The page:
JPMorgan is considering merging Blockchain unit with ConsenSys


The blockchain world may soon see a major merger with the traditional financial sector.

JP Morgan Chase, the largest bank in the United States, is reportedly considering merging its internal Quorum blockchain unit with the large Ethereum-focused company ConsenSys.

According to a February Reuters report. 11, unnamed persons familiar with the case claim that the merger is likely to be officially announced within the next six months. Reportedly, the financial terms of the deal have yet to be worked out.

Quorum is JPMorgan’s private blockchain platform, built on the Ethereum protocol and reportedly employed around 25 employees worldwide who are currently working on its development.

Quorum is at the heart of JPMorgan’s Interbank Information Network (IIN), which has been expanded with a network of 320 banks sharing global payment data via the blockchain.

It is also planned as a basis for JPMorgan’s upcoming settlement-oriented digital currency, JPM Coin, which was first announced mid-February last year.

A future merger with Consensys would not affect the course of the IIN or the JPM currency, a source told Reuters.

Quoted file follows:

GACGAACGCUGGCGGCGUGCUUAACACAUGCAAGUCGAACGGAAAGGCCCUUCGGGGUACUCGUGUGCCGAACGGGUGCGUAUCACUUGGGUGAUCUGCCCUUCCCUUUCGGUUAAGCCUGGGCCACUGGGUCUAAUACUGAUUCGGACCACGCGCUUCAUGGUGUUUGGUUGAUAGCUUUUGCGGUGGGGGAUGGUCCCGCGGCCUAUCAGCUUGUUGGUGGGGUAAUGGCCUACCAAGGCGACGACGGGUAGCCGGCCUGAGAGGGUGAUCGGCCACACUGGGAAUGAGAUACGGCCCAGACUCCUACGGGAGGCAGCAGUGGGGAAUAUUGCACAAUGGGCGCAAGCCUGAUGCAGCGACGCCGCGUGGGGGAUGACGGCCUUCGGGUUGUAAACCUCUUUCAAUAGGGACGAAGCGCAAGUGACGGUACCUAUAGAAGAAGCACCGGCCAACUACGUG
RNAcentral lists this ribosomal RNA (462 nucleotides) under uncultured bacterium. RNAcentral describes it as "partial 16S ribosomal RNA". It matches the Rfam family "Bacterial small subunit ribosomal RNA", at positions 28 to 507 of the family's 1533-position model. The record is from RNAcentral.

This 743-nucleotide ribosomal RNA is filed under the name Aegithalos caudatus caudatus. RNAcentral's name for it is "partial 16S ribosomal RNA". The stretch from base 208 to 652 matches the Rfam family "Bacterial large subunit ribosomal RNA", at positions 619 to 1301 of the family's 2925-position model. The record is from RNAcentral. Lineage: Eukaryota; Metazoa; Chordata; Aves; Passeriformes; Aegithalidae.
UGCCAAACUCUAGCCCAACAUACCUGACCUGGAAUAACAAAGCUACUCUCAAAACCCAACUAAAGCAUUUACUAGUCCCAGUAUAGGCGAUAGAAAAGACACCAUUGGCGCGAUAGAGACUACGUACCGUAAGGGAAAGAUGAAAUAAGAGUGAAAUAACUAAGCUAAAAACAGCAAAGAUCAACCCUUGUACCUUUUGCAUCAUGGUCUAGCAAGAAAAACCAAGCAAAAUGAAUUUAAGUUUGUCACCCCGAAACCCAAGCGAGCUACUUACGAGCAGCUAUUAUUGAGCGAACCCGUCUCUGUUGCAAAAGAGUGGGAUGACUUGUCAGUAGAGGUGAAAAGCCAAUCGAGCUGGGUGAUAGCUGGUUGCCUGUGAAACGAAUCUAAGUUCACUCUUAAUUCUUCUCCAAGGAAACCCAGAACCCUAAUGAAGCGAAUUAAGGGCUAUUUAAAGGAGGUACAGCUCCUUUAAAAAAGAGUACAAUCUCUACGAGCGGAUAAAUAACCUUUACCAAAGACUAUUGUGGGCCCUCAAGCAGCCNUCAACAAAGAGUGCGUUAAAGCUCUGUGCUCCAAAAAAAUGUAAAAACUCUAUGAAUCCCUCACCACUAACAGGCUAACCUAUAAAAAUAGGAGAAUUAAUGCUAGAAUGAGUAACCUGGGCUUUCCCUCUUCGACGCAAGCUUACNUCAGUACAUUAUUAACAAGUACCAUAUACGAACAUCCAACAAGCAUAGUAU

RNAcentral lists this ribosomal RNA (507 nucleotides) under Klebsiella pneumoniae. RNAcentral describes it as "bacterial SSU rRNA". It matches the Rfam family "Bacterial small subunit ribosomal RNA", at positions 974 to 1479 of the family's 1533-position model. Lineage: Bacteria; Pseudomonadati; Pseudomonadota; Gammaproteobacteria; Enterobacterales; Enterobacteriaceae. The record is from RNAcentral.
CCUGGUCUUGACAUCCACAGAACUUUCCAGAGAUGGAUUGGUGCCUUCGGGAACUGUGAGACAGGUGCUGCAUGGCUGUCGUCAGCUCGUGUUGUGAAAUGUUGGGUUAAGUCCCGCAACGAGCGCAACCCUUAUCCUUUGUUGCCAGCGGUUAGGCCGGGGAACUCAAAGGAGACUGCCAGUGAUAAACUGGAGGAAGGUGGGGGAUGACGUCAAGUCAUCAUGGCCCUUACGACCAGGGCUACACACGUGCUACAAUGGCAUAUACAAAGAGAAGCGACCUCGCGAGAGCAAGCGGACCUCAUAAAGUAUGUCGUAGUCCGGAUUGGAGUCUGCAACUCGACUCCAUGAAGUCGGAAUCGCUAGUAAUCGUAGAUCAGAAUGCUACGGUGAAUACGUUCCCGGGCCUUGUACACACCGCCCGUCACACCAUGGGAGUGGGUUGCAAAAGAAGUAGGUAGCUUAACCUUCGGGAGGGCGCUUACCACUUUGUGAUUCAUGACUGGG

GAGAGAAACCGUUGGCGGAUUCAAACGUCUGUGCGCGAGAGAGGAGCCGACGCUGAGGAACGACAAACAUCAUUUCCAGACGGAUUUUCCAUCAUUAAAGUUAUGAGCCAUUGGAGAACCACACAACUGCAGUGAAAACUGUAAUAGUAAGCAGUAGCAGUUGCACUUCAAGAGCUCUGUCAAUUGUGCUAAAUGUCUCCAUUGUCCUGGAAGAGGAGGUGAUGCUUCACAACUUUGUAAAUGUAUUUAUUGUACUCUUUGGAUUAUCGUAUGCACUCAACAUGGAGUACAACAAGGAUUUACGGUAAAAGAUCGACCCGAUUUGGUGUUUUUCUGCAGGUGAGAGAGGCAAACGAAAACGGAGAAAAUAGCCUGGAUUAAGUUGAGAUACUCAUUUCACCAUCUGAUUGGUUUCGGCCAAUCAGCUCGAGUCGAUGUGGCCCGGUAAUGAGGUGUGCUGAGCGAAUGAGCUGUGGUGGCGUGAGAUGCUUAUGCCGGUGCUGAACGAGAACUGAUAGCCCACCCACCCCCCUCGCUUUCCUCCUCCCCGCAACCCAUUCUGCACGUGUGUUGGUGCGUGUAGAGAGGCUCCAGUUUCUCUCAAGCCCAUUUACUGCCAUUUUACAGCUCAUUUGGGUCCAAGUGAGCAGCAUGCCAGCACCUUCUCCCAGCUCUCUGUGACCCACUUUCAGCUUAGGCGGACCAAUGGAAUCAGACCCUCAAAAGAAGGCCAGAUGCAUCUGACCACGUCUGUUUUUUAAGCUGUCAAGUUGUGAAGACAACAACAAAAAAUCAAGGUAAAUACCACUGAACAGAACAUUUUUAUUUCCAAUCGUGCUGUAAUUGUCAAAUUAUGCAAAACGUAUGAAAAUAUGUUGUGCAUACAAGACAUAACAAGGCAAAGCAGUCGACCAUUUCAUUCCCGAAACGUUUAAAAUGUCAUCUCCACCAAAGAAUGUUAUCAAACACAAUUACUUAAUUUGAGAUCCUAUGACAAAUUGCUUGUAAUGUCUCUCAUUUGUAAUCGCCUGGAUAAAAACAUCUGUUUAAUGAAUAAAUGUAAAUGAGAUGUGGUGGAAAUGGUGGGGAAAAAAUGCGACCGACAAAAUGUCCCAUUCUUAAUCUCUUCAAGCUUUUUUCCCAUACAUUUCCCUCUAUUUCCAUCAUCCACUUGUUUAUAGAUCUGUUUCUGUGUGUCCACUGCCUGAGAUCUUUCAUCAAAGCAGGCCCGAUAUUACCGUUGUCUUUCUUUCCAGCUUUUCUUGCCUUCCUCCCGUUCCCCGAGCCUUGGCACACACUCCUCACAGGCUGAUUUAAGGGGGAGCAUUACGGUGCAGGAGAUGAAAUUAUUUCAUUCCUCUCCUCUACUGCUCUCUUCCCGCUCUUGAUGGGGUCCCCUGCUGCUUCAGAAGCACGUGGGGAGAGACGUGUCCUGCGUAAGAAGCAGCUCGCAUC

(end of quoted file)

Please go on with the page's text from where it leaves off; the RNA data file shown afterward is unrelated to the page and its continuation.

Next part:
Over the past two years, the bank has reportedly considered several options for Quorum, including setting up a special open-source foundation, creating a new start-up or pursuing a merger.

Consensys is said to have been chosen as the most viable route given the close work with the Ethereum protocol.

Consensys revealed last week that it would reduce its workforce by around 14% as part of a restructuring that separates the company’s software development work from venture activities.

Although JPM Coin is yet to be released, JPMorgan has recently built a public-private hybrid blockchain network called Kadena that includes smart contract functionality.

Subscribe to our groups Facebook and telegram and stay informed.

Author’s publication

Notes: 0Publishes: 3162Registration: 11-07-2018


Please enter your comment!
Please enter your name here